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World Cup match between Cameroon and England was full of drama

They were unseen scenes at the Women’s Soccer World Cup yesterday. The Cameroonian women felt put in their shirt by some arbitrary decisions. They then simply refused to continue playing, but also went a long way beyond their book.

When Steph Houghton gave England the lead around fifteen minutes, the millions of viewers had known for a long time that it would be a special evening. The experienced right back from Manchester City struck from close range by an indirect free kick, awarded after an irregular play-back by the keeper. Cameroon disputed the phase, entered into a discussion, but returned from a bare journey: 1-0.

Not the first incident of the evening, because a few minutes before the lights went out at Ejangue when they spit on Duggan’s arm. Ejangue was not aware of any harm – an accident, so to speak.

Well, the next 75 minutes were even stranger if possible. “What I experienced today, I have never seen on a football field,” reacted the English coach and ex-legend of Manchester United Phil Neville after the match. After all, even the 2-0 pots boiled well.

In the injury time of the first half, Ellen White made her fourth goal of the World Cup. The line judge was in the air with the outside flag, but the VAR saw a valid goal after deliberation. The English striker was indeed no offside on a nice cunning push-through pass.

The Cameroonian ladies, however, saw it differently, because when the replay was shown on the big screen in the stadium, they promptly refused to kick off. They gathered alone in the center circle – the shout from the stands was no less.

Only after a few minutes, the game was resumed, after which the referee immediately quit Qin Liang. A few Cameroonian players went to the changing rooms in tears, but not before they accused FIFA of racism in the players’ tunnel.

“Someone has to go and explain to the ladies why the goal has been approved,” it was broadcast live by BBC commentator Gabby Logan. “Isn’t this a minor problem that can easily be solved?” Minutes before the start of the second half, the ‘Indomitable Lions’ were on the pitch again

But it didn’t help much, luck wasn’t on the African country side either. After only 45 seconds, Cameroon thought to make the connection goal, but this goal was rejected due to narrow offside. Centimeter work, but rightly so. Again Cameroon felt cheated. National coach Alain Djeumfa talked to his players for minutes to complete the match.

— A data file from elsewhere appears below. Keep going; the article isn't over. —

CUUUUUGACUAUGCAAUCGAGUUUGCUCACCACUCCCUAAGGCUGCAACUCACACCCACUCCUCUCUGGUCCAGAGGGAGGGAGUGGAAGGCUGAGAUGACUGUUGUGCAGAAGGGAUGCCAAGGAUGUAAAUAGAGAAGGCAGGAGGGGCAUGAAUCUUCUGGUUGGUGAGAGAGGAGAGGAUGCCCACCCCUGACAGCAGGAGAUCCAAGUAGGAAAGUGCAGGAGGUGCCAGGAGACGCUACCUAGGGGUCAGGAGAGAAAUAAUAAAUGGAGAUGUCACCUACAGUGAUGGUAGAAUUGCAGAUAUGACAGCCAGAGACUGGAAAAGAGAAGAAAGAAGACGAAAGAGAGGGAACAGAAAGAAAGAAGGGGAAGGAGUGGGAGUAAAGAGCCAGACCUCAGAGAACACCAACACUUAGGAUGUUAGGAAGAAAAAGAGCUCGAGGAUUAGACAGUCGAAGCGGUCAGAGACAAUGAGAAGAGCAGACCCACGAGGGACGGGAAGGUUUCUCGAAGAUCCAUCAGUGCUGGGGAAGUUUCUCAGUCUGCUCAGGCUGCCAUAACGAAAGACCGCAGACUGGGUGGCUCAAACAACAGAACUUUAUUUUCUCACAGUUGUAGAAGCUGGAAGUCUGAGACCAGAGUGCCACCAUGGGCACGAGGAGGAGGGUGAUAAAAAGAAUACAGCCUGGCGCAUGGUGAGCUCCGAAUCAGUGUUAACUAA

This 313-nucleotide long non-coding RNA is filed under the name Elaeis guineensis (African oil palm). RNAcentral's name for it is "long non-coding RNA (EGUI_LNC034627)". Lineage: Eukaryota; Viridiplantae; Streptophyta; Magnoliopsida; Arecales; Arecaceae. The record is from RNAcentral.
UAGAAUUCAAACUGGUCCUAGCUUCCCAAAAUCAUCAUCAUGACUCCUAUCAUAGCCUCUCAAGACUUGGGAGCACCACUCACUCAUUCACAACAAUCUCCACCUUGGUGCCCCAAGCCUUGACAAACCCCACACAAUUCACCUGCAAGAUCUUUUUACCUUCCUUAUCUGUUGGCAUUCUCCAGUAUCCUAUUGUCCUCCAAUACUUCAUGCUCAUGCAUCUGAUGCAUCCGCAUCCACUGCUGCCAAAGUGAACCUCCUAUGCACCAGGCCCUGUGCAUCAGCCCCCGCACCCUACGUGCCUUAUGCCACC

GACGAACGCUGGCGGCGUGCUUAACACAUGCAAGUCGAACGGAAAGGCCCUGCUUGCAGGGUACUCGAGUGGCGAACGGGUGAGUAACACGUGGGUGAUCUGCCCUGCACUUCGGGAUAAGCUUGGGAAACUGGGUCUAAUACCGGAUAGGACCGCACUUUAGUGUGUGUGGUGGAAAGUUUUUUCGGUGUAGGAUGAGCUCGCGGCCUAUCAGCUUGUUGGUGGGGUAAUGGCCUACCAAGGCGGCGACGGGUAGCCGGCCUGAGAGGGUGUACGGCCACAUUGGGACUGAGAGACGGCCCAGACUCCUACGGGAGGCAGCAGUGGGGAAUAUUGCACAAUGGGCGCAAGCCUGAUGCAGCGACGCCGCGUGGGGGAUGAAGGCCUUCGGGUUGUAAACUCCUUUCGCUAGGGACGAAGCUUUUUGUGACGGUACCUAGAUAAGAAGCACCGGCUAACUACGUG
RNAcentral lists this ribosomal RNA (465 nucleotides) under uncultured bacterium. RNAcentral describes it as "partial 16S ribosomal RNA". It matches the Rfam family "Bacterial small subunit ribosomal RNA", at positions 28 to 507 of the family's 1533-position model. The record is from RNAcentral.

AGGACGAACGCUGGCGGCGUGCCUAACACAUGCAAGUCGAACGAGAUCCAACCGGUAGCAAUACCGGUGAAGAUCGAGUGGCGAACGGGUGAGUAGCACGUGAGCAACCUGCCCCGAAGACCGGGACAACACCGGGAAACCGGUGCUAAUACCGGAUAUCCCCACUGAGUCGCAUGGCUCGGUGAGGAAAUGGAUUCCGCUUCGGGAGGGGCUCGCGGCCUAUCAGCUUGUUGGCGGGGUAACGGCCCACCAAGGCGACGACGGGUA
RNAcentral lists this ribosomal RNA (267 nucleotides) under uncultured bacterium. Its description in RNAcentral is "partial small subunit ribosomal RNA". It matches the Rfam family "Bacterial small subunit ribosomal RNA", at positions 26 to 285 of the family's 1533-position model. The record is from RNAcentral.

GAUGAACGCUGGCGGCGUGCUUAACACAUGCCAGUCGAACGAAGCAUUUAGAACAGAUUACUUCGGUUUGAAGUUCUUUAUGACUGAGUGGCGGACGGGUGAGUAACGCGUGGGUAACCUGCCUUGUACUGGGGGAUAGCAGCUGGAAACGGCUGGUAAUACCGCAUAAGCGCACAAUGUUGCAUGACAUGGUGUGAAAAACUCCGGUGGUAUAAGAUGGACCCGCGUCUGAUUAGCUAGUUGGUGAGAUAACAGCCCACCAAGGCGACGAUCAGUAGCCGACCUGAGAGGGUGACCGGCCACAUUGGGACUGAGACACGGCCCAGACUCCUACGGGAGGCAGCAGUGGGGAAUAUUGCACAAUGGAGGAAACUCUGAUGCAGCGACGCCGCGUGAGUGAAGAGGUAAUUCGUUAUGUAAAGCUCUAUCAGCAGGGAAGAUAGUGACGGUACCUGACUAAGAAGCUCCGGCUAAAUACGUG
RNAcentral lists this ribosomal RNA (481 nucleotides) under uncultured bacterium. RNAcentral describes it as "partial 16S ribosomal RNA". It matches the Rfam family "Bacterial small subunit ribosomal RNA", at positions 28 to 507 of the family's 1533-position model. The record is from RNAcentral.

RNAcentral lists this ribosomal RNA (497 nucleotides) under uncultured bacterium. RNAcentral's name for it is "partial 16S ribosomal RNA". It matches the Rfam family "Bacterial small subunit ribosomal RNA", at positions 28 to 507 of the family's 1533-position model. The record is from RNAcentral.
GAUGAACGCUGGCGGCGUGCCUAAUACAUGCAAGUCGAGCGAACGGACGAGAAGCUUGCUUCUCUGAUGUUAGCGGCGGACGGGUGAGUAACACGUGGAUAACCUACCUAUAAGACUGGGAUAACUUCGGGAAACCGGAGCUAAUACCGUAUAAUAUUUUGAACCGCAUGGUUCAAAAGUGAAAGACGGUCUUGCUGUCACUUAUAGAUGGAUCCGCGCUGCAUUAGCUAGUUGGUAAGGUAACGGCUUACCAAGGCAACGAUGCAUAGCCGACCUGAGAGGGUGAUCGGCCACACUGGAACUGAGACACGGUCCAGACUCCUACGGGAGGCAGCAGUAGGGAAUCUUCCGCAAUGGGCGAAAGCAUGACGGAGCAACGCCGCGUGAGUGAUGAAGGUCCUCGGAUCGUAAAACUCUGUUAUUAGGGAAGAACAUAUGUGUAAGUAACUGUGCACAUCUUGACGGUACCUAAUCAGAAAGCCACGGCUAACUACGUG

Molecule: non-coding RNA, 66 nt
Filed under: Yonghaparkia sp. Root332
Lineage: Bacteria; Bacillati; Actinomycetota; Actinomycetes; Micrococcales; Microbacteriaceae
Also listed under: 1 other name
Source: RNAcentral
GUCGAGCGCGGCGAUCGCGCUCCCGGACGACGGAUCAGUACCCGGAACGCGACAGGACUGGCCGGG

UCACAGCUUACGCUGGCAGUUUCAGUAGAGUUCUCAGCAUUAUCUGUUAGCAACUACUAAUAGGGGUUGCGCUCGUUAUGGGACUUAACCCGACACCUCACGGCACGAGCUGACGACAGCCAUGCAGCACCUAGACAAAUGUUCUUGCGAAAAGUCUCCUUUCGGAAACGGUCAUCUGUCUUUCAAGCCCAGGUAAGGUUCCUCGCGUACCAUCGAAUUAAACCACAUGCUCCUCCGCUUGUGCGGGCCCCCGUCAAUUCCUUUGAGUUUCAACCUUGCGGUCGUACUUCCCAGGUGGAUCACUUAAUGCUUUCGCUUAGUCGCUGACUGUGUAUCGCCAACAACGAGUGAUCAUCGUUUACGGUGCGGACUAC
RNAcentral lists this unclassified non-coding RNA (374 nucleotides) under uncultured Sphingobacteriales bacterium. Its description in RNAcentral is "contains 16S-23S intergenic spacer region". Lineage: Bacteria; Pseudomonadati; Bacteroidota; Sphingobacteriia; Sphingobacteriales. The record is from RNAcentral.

The Cameroonian ladies hadn’t thought about playing football for a long time, because someone didn’t think it would be better to sell the referee a hefty punch in the back, after which an attack also took place on Steph Houghton’s ankle. The VAR thought that enough drama had already been caused and saw the dirty mistake wonderfully in its fingers.

World Cup match between Cameroon and England was full of drama
©BBC – Cameroon’s 2-1 is rejected: narrowly offside.
World Cup match between Cameroon and England was full of drama
©BBC – Por in the back of the referee.

“This was not football,” said English coach Neville after the game. “Girls worldwide will have seen this, but this is not how you behave on a soccer field. I have zero sympathies for them. A certain behavioral norm is expected, certainly during a World Cup.”

“My daughter wants to be a football player later, but I think she’s changing her mind now. I am proud that we have kept our cool and went to the quarterfinals. But what I have seen today, that I have never seen on a lawn. If that were my team, they would never be allowed to play for the national team again. “And the Cameroon coach? He spoke of injustice.” What else should I think of this?”

World Cup match between Cameroon and England was full of drama
©BBC – The attack on the ankle
World Cup match between Cameroon and England was full of drama
©REUTERS – World cup match Camr vs Eng

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Ngonah Yaya

My name is Ngonah Yaya from Kenya, I'm a content writer and Author on Afinik.com. I like football, wrestling, and reading. I'm a graduate with a Bachelor of Education Arts in English and Literature, University of Nairobi, Kenya Check my article here on Afrinik. Email: Ngonah@afrinik.com

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